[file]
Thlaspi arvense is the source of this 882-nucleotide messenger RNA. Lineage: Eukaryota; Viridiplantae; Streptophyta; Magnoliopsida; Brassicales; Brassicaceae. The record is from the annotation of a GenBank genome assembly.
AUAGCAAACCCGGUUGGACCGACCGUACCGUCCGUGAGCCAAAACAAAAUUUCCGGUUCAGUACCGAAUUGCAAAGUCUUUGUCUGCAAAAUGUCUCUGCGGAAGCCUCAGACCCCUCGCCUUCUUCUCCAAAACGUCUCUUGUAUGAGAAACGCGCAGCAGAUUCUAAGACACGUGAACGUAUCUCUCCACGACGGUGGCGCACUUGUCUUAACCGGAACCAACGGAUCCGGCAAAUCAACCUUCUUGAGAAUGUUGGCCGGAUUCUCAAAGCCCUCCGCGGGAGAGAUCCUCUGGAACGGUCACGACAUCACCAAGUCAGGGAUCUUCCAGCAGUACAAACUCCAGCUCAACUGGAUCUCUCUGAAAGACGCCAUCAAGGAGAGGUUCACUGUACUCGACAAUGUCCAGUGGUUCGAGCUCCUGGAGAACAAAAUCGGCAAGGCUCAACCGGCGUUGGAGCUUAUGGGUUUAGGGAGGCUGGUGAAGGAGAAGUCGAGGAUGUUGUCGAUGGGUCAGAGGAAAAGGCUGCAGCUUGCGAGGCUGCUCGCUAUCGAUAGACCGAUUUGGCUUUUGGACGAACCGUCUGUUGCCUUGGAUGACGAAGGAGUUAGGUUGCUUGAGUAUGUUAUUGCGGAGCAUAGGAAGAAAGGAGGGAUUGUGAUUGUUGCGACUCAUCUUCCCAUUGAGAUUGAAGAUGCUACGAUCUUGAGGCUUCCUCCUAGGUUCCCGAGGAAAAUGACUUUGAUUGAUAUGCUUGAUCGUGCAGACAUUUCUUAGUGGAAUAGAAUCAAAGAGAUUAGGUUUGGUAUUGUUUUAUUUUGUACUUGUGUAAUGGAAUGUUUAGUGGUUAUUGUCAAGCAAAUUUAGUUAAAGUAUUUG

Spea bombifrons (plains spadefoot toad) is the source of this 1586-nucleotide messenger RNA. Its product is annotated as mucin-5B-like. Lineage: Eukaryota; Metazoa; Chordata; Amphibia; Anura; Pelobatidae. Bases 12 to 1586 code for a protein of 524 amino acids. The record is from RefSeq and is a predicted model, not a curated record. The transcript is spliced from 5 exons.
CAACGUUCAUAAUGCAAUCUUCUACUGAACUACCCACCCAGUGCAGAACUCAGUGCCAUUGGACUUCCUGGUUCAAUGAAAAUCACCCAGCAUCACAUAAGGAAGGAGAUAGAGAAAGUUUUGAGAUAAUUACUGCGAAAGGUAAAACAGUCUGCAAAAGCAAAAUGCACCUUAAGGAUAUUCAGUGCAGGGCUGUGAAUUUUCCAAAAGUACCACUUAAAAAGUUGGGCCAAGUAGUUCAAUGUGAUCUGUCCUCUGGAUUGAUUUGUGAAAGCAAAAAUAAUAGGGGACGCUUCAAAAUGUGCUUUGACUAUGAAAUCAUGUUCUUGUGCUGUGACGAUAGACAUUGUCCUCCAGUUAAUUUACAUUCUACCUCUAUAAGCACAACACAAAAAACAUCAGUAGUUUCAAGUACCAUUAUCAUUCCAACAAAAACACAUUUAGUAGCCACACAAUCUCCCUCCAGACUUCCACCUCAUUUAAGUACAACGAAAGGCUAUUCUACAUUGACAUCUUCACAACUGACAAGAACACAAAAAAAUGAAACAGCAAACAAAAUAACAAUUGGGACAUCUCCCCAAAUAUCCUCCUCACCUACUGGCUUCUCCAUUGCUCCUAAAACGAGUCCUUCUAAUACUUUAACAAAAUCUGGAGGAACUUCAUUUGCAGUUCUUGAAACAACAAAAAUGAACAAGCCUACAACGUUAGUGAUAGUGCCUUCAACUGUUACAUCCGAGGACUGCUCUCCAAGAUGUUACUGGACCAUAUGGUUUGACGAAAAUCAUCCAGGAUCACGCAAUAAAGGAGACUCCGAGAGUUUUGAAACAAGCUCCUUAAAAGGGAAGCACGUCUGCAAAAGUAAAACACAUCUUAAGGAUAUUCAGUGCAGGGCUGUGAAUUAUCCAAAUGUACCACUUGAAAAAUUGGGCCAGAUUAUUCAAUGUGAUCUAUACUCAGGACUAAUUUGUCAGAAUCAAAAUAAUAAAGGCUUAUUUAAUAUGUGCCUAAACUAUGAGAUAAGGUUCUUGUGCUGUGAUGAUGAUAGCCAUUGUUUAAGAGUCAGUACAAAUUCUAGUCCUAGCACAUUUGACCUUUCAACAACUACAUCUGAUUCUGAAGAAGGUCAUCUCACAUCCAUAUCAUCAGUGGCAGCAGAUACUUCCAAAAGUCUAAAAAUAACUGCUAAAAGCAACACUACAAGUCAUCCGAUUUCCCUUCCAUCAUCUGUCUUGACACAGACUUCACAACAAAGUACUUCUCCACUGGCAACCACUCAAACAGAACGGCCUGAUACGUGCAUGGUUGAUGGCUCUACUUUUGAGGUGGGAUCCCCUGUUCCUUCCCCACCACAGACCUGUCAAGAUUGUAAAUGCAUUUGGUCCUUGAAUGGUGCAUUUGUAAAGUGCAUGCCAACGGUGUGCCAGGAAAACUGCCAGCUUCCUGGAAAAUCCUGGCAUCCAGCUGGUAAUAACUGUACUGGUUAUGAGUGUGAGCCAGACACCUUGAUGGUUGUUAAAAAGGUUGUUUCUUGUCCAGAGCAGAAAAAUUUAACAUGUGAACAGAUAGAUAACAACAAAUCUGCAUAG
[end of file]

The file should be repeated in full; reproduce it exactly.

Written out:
Thlaspi arvense is the source of this 882-nucleotide messenger RNA. Lineage: Eukaryota; Viridiplantae; Streptophyta; Magnoliopsida; Brassicales; Brassicaceae. The record is from the annotation of a GenBank genome assembly.
AUAGCAAACCCGGUUGGACCGACCGUACCGUCCGUGAGCCAAAACAAAAUUUCCGGUUCAGUACCGAAUUGCAAAGUCUUUGUCUGCAAAAUGUCUCUGCGGAAGCCUCAGACCCCUCGCCUUCUUCUCCAAAACGUCUCUUGUAUGAGAAACGCGCAGCAGAUUCUAAGACACGUGAACGUAUCUCUCCACGACGGUGGCGCACUUGUCUUAACCGGAACCAACGGAUCCGGCAAAUCAACCUUCUUGAGAAUGUUGGCCGGAUUCUCAAAGCCCUCCGCGGGAGAGAUCCUCUGGAACGGUCACGACAUCACCAAGUCAGGGAUCUUCCAGCAGUACAAACUCCAGCUCAACUGGAUCUCUCUGAAAGACGCCAUCAAGGAGAGGUUCACUGUACUCGACAAUGUCCAGUGGUUCGAGCUCCUGGAGAACAAAAUCGGCAAGGCUCAACCGGCGUUGGAGCUUAUGGGUUUAGGGAGGCUGGUGAAGGAGAAGUCGAGGAUGUUGUCGAUGGGUCAGAGGAAAAGGCUGCAGCUUGCGAGGCUGCUCGCUAUCGAUAGACCGAUUUGGCUUUUGGACGAACCGUCUGUUGCCUUGGAUGACGAAGGAGUUAGGUUGCUUGAGUAUGUUAUUGCGGAGCAUAGGAAGAAAGGAGGGAUUGUGAUUGUUGCGACUCAUCUUCCCAUUGAGAUUGAAGAUGCUACGAUCUUGAGGCUUCCUCCUAGGUUCCCGAGGAAAAUGACUUUGAUUGAUAUGCUUGAUCGUGCAGACAUUUCUUAGUGGAAUAGAAUCAAAGAGAUUAGGUUUGGUAUUGUUUUAUUUUGUACUUGUGUAAUGGAAUGUUUAGUGGUUAUUGUCAAGCAAAUUUAGUUAAAGUAUUUG

Spea bombifrons (plains spadefoot toad) is the source of this 1586-nucleotide messenger RNA. Its product is annotated as mucin-5B-like. Lineage: Eukaryota; Metazoa; Chordata; Amphibia; Anura; Pelobatidae. Bases 12 to 1586 code for a protein of 524 amino acids. The record is from RefSeq and is a predicted model, not a curated record. The transcript is spliced from 5 exons.
CAACGUUCAUAAUGCAAUCUUCUACUGAACUACCCACCCAGUGCAGAACUCAGUGCCAUUGGACUUCCUGGUUCAAUGAAAAUCACCCAGCAUCACAUAAGGAAGGAGAUAGAGAAAGUUUUGAGAUAAUUACUGCGAAAGGUAAAACAGUCUGCAAAAGCAAAAUGCACCUUAAGGAUAUUCAGUGCAGGGCUGUGAAUUUUCCAAAAGUACCACUUAAAAAGUUGGGCCAAGUAGUUCAAUGUGAUCUGUCCUCUGGAUUGAUUUGUGAAAGCAAAAAUAAUAGGGGACGCUUCAAAAUGUGCUUUGACUAUGAAAUCAUGUUCUUGUGCUGUGACGAUAGACAUUGUCCUCCAGUUAAUUUACAUUCUACCUCUAUAAGCACAACACAAAAAACAUCAGUAGUUUCAAGUACCAUUAUCAUUCCAACAAAAACACAUUUAGUAGCCACACAAUCUCCCUCCAGACUUCCACCUCAUUUAAGUACAACGAAAGGCUAUUCUACAUUGACAUCUUCACAACUGACAAGAACACAAAAAAAUGAAACAGCAAACAAAAUAACAAUUGGGACAUCUCCCCAAAUAUCCUCCUCACCUACUGGCUUCUCCAUUGCUCCUAAAACGAGUCCUUCUAAUACUUUAACAAAAUCUGGAGGAACUUCAUUUGCAGUUCUUGAAACAACAAAAAUGAACAAGCCUACAACGUUAGUGAUAGUGCCUUCAACUGUUACAUCCGAGGACUGCUCUCCAAGAUGUUACUGGACCAUAUGGUUUGACGAAAAUCAUCCAGGAUCACGCAAUAAAGGAGACUCCGAGAGUUUUGAAACAAGCUCCUUAAAAGGGAAGCACGUCUGCAAAAGUAAAACACAUCUUAAGGAUAUUCAGUGCAGGGCUGUGAAUUAUCCAAAUGUACCACUUGAAAAAUUGGGCCAGAUUAUUCAAUGUGAUCUAUACUCAGGACUAAUUUGUCAGAAUCAAAAUAAUAAAGGCUUAUUUAAUAUGUGCCUAAACUAUGAGAUAAGGUUCUUGUGCUGUGAUGAUGAUAGCCAUUGUUUAAGAGUCAGUACAAAUUCUAGUCCUAGCACAUUUGACCUUUCAACAACUACAUCUGAUUCUGAAGAAGGUCAUCUCACAUCCAUAUCAUCAGUGGCAGCAGAUACUUCCAAAAGUCUAAAAAUAACUGCUAAAAGCAACACUACAAGUCAUCCGAUUUCCCUUCCAUCAUCUGUCUUGACACAGACUUCACAACAAAGUACUUCUCCACUGGCAACCACUCAAACAGAACGGCCUGAUACGUGCAUGGUUGAUGGCUCUACUUUUGAGGUGGGAUCCCCUGUUCCUUCCCCACCACAGACCUGUCAAGAUUGUAAAUGCAUUUGGUCCUUGAAUGGUGCAUUUGUAAAGUGCAUGCCAACGGUGUGCCAGGAAAACUGCCAGCUUCCUGGAAAAUCCUGGCAUCCAGCUGGUAAUAACUGUACUGGUUAUGAGUGUGAGCCAGACACCUUGAUGGUUGUUAAAAAGGUUGUUUCUUGUCCAGAGCAGAAAAAUUUAACAUGUGAACAGAUAGAUAACAACAAAUCUGCAUAG